Get the best from your winter riding and make sure that your bike survives with these essential tips to prepare your road bike for wet and salty roads.
When the winds turn to chilly northerlies and darkness overpowers daylight, you know it won’t be long until the arrival of more rain, possibly snow, and the colder temperatures that inevitably bring out the gritting lorries.
This is the time to make your bike winter-proof, so we’ve gathered tried and true methods, with an old-timer trick or two and a few more obvious procedures.
For those of you prepared to go the extra mile in order to protect your bike, performing all of these steps can significantly prolong its life, but even adopting just one or two will help your enjoyment and safety.
Most of these steps should be within reach of the confident home mechanic, and the tools required are pretty straightforward. However, if you’re in doubt about anything, an experienced shop mechanic can work wonders with a seized bottom bracket or really close-fitting mudguards. Bring on the winter!
Six ways to get your road bike ready for winter
- Bottom bracket removal tool
- For fasteners and other components: 3, 4, 5, 6mm Allen keys and/or 8, 9 and 10mm standard spanners
- Phillips or flat screwdriver
Frame Saver or similar
First, remove the cranks, bottom bracket and wheels. Get a can of Frame Saver, and spray it inside the frame. Neil Godwin / Immediate Media Ltd
Steel and even aluminium frames can corrode from the inside out, and oxidation can spread from scratched braze-ons and eyelets.
One useful product that is worth having in your arsenal is Frame Saver. Available in a small can with a pipette, you can treat approximately two frames with a can.
Be sure to read the instructions and, in particular, make sure to wear protective eyewear in case it blows back at you when spraying. This is nasty stuff!
To make access and handling of the frame easier remove the cranks, bottom bracket (BB) and wheels. You can then dribble or spray the ﬂuid into the tubes.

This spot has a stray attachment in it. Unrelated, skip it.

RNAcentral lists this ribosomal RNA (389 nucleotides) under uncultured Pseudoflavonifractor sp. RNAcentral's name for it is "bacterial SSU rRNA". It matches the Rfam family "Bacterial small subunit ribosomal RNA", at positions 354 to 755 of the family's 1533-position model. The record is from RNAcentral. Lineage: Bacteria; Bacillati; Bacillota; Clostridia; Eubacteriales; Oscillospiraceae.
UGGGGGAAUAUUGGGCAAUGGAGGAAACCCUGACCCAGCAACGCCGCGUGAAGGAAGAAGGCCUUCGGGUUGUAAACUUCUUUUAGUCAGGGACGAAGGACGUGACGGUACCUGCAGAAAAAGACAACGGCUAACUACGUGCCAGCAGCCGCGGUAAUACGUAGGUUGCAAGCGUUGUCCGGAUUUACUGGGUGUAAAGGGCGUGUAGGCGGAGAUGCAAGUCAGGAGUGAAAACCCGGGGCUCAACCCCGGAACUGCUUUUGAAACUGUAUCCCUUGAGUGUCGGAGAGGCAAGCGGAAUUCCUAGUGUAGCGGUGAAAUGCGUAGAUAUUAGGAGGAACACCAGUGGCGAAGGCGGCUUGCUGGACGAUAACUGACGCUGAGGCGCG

Following this, plug the BB and seat tube with rags or paper. Now gently move the bike around to coat the inside evenly. Allow it to settle and then wipe off excess.
This isn’t an issue on carbon frames, though alloy frame parts can still corrode. We recommend popping the crank and bottom bracket out periodically to make sure no water is collecting in the bottom of the frame.
Second, fit mudguards. They’ll prolong the life of your bike, components and clothing. Neil Godwin / Immediate Media Ltd
Mudguards are probably the most important winter accessory. They’ll prolong the life of your bike, components, and in particular your chain, not to mention improve your comfort.
Don’t forget mudﬂaps. These simple devices can help keep your feet a lot drier, and are useful as a courtesy to riders behind you, especially on group rides.
Some attach simply by means of two bendy tabs, others require the drilling of a hole and installation with a screw and nut.
Next, take steps to prevent punctures. Neil Godwin / Immediate Media Ltd
Getting a ﬂat on the way home during a cold, dark and rainy night is no fun.
The onset of winter brings thorny hedge clippings and sharp road grit too, making some kind of puncture protection essential.